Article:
It is said that tough times don’t last, but tough people do. I am not trying to sell some notion of myself as complete or without flaw. I am just as guilty of seeing myself not as I am, but as I have imagined myself to be. I possess plenty of traits and habits which I need to work to better, starting with my ability to calmly and accurately communicate. If I were slower to frustrate and to anger, that would likely be a boon. Despite the constant work that living in a post collapse world would require, I could personally benefit from a greater ability to slow down, to sit still, and to meditate. To just breathe and exist. I think it would strengthen my spirit, even if only by allowing me to take in more beauty and joy that I currently let pass me by in favor of tending to endless tasks. We talk tirelessly about survival, but forget sometimes that without attention to the things that make life worth living, we can never truly thrive.
The time to work on ourselves, is now. Your communication, your patience, and your tolerance, all are best improved now while daily caloric intake doesn’t necessarily rest upon them. The time to break habits of sloth, or poor diet, or of resistance to any work that makes muscles sore and brow sweat, is now. The time to take self dense classes and to increase your self confidence and endurance, is now. The time to abandon phantom notions of your protagonist self in favor of honest assessment of your strengths and weaknesses while simultaneously relieving yourself of your doughy first world comfort requirements, is now. Take cold showers. Eat more vegetables. Forgive small debts. Compliment and be patient with others. Walk.
Of course, the hard part is that the pizza is still hot, the beer still cold, and the new season of Game of Thrones is on, and all of it is available twenty-four seven and you wouldn’t even have to speak to another human being, let alone be kind to them, to get any of it. And there is work. And there are bills to pay. Maybe next month when I get a little further ahead. I’ll quit smoking. I’ll quit drinking. I’ll spend less time on the internet and more time with other people. Next month.
You are your worst enemy, but you don’t have to be.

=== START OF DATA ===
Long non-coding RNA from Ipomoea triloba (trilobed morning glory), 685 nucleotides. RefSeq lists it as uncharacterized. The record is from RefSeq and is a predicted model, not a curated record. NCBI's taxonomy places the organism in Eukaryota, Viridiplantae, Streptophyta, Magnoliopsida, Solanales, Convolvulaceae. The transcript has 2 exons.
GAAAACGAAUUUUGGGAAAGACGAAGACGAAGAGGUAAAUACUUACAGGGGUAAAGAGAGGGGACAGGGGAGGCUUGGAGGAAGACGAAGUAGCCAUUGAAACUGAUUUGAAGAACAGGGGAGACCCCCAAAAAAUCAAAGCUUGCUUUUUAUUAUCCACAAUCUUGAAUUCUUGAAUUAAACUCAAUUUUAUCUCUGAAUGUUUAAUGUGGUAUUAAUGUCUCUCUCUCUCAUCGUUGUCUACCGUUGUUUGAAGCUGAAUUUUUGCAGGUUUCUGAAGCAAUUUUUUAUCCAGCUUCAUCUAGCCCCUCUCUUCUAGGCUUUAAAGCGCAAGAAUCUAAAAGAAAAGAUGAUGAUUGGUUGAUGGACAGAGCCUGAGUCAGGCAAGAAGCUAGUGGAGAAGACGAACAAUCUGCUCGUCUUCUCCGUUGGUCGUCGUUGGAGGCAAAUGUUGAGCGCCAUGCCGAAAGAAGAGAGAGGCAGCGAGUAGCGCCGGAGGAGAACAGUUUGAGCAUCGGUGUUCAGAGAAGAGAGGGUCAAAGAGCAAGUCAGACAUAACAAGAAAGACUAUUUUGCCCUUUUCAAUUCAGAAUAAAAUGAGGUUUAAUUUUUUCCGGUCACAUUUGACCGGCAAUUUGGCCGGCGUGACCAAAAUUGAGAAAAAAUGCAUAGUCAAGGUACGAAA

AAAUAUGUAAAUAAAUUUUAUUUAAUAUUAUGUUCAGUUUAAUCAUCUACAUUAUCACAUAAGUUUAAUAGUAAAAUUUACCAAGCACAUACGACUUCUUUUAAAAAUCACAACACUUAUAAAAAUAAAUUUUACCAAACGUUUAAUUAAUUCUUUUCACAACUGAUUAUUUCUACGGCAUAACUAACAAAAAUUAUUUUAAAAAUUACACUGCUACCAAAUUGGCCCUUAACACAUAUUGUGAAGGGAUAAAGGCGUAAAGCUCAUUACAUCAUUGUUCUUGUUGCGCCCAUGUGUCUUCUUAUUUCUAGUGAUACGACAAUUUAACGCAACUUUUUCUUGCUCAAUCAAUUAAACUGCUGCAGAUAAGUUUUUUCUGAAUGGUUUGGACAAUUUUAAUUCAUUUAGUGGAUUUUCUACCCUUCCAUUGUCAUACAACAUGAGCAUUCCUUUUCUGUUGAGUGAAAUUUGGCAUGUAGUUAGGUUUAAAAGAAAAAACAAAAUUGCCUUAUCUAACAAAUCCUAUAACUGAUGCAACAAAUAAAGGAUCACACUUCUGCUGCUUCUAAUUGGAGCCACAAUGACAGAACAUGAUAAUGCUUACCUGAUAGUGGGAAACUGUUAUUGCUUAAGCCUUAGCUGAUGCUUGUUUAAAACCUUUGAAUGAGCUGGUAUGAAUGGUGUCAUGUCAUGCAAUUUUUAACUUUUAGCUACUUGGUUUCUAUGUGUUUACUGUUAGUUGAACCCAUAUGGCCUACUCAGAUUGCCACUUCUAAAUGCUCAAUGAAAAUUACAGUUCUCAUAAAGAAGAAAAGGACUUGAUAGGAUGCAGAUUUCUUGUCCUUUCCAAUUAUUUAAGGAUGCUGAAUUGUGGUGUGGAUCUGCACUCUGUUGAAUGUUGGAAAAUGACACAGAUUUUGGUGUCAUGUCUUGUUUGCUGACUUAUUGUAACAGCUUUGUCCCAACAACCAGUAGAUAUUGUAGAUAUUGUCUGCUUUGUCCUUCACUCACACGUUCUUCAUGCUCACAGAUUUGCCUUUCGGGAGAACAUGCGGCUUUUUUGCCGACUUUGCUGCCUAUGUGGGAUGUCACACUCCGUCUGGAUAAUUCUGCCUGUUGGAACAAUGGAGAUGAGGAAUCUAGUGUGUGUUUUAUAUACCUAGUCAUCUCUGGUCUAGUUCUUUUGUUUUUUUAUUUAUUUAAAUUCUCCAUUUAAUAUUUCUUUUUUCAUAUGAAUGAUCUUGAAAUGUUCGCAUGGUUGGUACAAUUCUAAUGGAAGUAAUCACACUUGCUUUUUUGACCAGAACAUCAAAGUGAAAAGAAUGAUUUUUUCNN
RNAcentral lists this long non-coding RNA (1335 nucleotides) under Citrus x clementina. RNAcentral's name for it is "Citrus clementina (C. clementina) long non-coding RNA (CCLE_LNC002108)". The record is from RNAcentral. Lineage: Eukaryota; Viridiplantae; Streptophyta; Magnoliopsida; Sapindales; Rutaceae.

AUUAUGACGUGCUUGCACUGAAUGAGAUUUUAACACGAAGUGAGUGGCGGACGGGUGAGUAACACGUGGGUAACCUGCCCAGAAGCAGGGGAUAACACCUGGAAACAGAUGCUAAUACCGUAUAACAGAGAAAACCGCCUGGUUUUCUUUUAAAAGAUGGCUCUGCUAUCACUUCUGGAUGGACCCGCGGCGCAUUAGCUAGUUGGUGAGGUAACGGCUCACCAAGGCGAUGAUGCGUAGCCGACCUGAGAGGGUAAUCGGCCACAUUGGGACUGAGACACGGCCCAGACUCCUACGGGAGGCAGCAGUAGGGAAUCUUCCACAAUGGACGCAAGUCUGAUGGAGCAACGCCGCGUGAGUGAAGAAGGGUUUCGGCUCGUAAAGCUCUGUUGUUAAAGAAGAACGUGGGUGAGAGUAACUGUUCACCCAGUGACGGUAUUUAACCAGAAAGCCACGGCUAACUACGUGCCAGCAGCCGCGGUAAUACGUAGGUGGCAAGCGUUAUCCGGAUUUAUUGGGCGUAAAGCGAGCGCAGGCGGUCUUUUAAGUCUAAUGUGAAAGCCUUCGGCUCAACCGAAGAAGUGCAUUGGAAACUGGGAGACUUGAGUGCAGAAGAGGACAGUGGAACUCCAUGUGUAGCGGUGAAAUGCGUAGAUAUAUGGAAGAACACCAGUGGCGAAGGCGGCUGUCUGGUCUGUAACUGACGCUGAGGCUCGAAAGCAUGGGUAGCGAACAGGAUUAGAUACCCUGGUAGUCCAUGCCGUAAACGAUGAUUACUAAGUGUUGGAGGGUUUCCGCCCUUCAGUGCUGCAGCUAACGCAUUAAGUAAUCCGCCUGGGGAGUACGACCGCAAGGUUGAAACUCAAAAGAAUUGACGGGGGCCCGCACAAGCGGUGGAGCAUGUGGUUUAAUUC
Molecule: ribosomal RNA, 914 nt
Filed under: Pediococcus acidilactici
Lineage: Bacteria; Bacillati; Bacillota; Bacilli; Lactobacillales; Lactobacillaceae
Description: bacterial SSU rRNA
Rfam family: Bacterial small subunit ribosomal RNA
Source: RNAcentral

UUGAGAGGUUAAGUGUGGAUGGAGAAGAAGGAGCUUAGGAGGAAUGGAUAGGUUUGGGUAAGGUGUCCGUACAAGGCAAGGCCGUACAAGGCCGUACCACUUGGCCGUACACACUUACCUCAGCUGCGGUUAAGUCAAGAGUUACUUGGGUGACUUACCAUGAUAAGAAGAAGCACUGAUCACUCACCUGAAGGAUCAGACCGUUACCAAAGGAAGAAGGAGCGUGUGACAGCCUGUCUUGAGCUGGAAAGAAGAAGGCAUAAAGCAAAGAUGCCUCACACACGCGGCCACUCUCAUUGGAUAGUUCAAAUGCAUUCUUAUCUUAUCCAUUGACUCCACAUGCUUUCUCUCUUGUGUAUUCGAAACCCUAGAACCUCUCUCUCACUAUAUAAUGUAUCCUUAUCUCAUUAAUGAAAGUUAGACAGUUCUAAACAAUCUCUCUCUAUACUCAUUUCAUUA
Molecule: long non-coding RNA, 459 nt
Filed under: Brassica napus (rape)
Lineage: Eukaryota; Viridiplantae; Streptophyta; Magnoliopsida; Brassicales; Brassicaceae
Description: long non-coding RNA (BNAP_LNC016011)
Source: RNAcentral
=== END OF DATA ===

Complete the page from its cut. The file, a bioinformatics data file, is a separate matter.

November 16, 2015 § 2 Comments
I was recently invited to participate in a discussion with RE on the Doomstead Diner’s “Collapse Cafe.” Here is the video:
November 9, 2015 § 8 Comments
Deep in the hardwood forest I watch the first orange light crest over the eastern ridge as dawn unfolds casting its warmth on the surface of the yawning Earth. Poplar trunks stand firm above the gold and brown leaf cover that now mulches the hopeful seedlings while granting the white tail deer an auditory advantage over those who would stalk them through the hollers. At this time of year the forest exhales and retreats from the above ground toil of photosynthesis to a season of focus within the dense and teeming skin of the planet. Without the brush and laden bough, one can see for miles across the waves of ridge and ravine. Sound is without obstacle, and seems almost propelled by the chill wind when it punctures the otherwise heavy silence. The feeling is one of calm, of that restfulness that comes when one crawls into bed and their leg muscles finally release the day’s tension. Autumn contains a library of lessons, none of which can be learned until one is still, patient, and not fucking talking.
My year was not what I had planned for it to be. Many tasks remain undone. Our family was interfered with by a local government body, and we are now in the process of installing an overpriced septic system for our cabin. It is a headache, to be sure, dealing with puffed up bureaucrats and their ad hoc adherence to antiquated and at times contradictory laws. As is often the case in this society, compliance is cheaper and faster than justice. Proving to a judge my case that I should not be required to acquire such a system would find me spending more money, time, and personal energy than just going along with the racket that the good old boys and connected families have established in these parts. I have made my peace with the conflict, and am calmly dancing through the hoops laid out for me. When all is said and done, the cabin I built with my two hands will be a legal residence in the event that we ever decide to move and to sell our land. Property value and all that, right?
Here we are again, dear readers, staring down another winter in which we can together reflect on the state of the world, both the portion that modern humans point their attention at, as well as to the far larger portion where, as Cormac McCarthy wrote, “Storms blow and trees twist in the wind, and all of the animals that God has made go to and fro.” Despite a massive downturn in the global economy, money moves and the smokestacks belch their poison. To be sure, man’s world of markets and digital notations percolates. An event is brewing that portends itself in plummeting rig counts and commodity prices. What grand show this event will perform for people rich enough to have a stake in it is to be seen. The rest of us will scrape by like the peasants that we are until even scraping fails, and only bloodletting remains.
Superstorms and hurricanes ravage from Texas to Yemen. Starved and hopeless human beings are playing the only card they have and abandoning the sure death that awaits their children in the war ravaged and drought plagued middle eastern and north African regions. Rich white people who are to blame for such wars, droughts, and famines are bellowing from the America’s, clear across Europe, and down to Australia about the brown victims of centuries of Anglo-capitalism and how they are not supposed to do anything but suffer their circumstances in place. Where these white adherents to national boundary and culture were as the US, UK, and other global powers were setting about to wage war and destabilize governments in these now uninhabitable places, I’m not exactly sure.